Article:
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by | May 3, 2007

Fine Tuning Web Typography

Typography is a sadly neglected aspect of the web design process, an oversight traditionally blamed on the technical limitations and unpredictability of the medium. While it is true that the web may not offer designers the same typographic freedom as print, all it takes is careful consideration and a little typographic fine tuning to bring website layouts to life.

Choosing the right typeface
Although we only have a handful of ‘web safe’ fonts at our disposal, selecting an appropriate typeface is still crucial to the success of a design. Each typeface evokes a certain mood, which needs to be matched to the project at hand: Georgia reflects an academic yet vibrant attitude, whereas a sans-serif face like Arial is more austere in tone. If sticking to one font seems too limiting you can judiciously mix and match typefaces to add variety to your layout. Consider the elegant typography of A List Apart, which utilizes Georgia for headlines, Times for bylines, and Verdana for body copy.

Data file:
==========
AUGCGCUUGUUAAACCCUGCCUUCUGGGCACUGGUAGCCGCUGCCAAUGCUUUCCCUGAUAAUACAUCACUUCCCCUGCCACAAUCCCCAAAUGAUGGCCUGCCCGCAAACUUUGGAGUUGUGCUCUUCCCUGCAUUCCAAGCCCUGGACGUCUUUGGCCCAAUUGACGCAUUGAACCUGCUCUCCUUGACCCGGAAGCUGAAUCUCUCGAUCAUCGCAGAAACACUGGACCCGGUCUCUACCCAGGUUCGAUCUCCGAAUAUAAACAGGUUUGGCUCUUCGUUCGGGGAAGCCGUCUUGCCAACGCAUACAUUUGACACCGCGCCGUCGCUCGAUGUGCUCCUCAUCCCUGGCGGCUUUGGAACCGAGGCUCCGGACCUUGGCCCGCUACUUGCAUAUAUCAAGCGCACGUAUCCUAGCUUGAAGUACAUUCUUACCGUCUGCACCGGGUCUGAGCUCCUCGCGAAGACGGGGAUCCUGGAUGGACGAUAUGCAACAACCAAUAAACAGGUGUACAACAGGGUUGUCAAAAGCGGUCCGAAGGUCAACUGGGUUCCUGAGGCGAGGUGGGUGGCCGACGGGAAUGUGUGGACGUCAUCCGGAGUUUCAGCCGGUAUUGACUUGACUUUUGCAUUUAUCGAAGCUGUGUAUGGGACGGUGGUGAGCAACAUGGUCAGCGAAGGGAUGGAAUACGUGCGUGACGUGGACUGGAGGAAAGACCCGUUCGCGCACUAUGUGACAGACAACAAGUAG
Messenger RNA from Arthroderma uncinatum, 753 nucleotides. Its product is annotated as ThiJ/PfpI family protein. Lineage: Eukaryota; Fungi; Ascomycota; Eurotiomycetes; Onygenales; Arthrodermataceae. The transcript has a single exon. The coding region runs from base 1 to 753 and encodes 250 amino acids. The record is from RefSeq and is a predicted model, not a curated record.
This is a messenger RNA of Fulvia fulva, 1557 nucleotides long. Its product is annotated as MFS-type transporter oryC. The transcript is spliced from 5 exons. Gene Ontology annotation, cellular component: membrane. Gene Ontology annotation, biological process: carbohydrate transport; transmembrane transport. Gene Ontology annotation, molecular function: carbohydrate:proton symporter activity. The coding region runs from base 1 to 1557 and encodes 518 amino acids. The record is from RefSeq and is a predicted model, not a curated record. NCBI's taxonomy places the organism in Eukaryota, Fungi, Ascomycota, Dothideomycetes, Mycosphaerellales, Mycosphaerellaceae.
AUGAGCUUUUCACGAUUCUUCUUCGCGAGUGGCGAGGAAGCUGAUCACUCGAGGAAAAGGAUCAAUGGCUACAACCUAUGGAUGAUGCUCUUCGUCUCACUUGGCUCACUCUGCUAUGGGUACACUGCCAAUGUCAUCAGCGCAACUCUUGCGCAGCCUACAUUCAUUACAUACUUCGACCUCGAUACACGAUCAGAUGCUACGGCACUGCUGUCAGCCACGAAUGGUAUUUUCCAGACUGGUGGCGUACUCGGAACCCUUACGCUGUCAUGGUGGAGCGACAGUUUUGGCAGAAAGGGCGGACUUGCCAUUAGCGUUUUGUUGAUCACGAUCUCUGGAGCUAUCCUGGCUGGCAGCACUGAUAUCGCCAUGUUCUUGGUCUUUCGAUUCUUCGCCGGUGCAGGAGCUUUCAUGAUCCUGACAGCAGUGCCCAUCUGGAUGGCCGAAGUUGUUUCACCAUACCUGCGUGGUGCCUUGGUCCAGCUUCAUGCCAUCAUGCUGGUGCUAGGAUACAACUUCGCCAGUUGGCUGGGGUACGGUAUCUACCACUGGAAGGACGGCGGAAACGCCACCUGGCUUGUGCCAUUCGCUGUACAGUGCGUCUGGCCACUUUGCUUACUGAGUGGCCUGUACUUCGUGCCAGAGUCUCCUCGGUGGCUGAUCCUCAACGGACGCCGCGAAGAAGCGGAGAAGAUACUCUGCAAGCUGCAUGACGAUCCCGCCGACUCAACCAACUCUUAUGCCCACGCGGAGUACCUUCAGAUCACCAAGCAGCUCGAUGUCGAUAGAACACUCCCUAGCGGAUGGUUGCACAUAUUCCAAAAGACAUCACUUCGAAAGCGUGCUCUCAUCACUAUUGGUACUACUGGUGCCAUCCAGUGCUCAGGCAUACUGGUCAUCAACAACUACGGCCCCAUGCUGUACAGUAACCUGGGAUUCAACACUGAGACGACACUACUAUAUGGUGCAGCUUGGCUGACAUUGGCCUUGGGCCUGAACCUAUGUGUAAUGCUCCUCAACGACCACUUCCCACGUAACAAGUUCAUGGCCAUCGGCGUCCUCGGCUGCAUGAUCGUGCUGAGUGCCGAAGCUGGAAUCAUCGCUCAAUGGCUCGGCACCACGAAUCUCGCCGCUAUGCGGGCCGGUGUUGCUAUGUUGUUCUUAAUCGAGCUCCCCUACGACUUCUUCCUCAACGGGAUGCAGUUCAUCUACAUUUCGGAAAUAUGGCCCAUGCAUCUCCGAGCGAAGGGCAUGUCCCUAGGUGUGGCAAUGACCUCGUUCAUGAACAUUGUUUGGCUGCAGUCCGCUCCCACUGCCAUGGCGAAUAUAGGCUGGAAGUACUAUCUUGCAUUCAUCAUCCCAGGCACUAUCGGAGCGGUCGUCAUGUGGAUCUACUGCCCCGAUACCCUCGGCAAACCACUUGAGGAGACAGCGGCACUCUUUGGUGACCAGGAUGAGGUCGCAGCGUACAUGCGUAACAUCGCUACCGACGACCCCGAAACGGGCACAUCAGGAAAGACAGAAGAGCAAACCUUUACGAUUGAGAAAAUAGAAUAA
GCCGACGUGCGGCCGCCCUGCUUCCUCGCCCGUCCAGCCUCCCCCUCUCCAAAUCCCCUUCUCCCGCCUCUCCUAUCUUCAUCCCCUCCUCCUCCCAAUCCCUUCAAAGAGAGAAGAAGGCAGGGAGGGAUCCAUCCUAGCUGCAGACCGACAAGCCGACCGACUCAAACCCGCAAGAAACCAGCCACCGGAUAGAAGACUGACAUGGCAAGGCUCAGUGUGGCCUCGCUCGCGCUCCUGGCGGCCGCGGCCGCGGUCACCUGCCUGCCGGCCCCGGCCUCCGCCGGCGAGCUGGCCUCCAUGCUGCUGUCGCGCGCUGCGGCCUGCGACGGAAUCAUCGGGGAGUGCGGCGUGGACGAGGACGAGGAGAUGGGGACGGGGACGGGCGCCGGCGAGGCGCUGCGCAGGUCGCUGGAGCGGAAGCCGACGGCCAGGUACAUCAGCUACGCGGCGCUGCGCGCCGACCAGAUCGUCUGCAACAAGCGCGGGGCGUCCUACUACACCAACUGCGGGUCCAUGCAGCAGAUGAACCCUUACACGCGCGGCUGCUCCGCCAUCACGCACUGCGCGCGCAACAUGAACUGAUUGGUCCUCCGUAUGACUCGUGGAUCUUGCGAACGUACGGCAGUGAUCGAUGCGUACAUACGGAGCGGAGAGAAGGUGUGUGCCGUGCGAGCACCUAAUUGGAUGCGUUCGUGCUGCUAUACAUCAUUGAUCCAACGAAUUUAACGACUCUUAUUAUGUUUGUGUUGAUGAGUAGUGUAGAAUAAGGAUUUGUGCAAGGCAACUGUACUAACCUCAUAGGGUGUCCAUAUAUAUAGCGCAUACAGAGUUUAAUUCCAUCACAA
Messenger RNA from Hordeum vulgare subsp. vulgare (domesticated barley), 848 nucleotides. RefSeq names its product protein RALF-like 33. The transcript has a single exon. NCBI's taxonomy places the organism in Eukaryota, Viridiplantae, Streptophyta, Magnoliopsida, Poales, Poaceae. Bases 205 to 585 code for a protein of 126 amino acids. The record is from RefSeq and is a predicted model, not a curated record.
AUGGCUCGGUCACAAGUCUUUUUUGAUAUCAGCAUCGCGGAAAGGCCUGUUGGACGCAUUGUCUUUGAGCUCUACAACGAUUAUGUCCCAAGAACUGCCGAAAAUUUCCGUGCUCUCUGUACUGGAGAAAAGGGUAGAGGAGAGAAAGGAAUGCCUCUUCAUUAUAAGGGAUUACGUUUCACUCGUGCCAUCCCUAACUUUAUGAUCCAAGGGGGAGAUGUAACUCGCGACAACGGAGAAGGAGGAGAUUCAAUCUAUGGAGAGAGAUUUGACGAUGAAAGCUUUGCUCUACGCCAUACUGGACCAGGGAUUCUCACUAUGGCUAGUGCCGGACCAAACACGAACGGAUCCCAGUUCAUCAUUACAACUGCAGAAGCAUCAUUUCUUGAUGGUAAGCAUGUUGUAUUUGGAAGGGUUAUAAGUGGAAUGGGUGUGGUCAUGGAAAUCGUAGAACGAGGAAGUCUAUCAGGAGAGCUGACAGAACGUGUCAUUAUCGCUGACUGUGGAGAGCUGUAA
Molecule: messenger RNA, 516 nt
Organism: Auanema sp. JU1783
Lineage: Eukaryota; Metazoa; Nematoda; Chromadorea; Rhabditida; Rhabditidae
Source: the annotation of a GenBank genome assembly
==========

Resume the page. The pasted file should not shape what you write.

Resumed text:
Type hierarchies
Once you’ve settled on your typeface, it’s time to establish a typographic hierarchy. This requires defining the scale, weight, placement and spacing of text relative to its importance within a document. A well considered type hierarchy will effortlessly guide the viewer’s eye through a text, and add a sense of balance and structure to the page. Headings also serve to break copy up into digestible chunks, which is critical on the web where a reader’s attention span is fleeting.

Spacing text
Another important consideration is the leading and tracking of text, or in web terms, the line-height and letter-spacing. By default most web browsers will tightly space lines of text, but the CSS line-height property gives us a powerful tool for optimizing leading. Generous leading adds more open space to a block of text and can make it easier for the eye to follow. Similarly, the CSS letter-spacing property can be used to add balance or visual interest to headings by modifying the space between letterforms. Headlines set in capitals respond particularly favorably to loose letterspacing.

Typography is a vital aspect of the web design process, and it is worth investing the time to fine tune a site’s typographic implementation. If you want to delve deeper into the subject here are some excellent online resources to get you started:

Web Style Guide
The Elements of typographic Style Applied to the Web
Five simple steps to better typography

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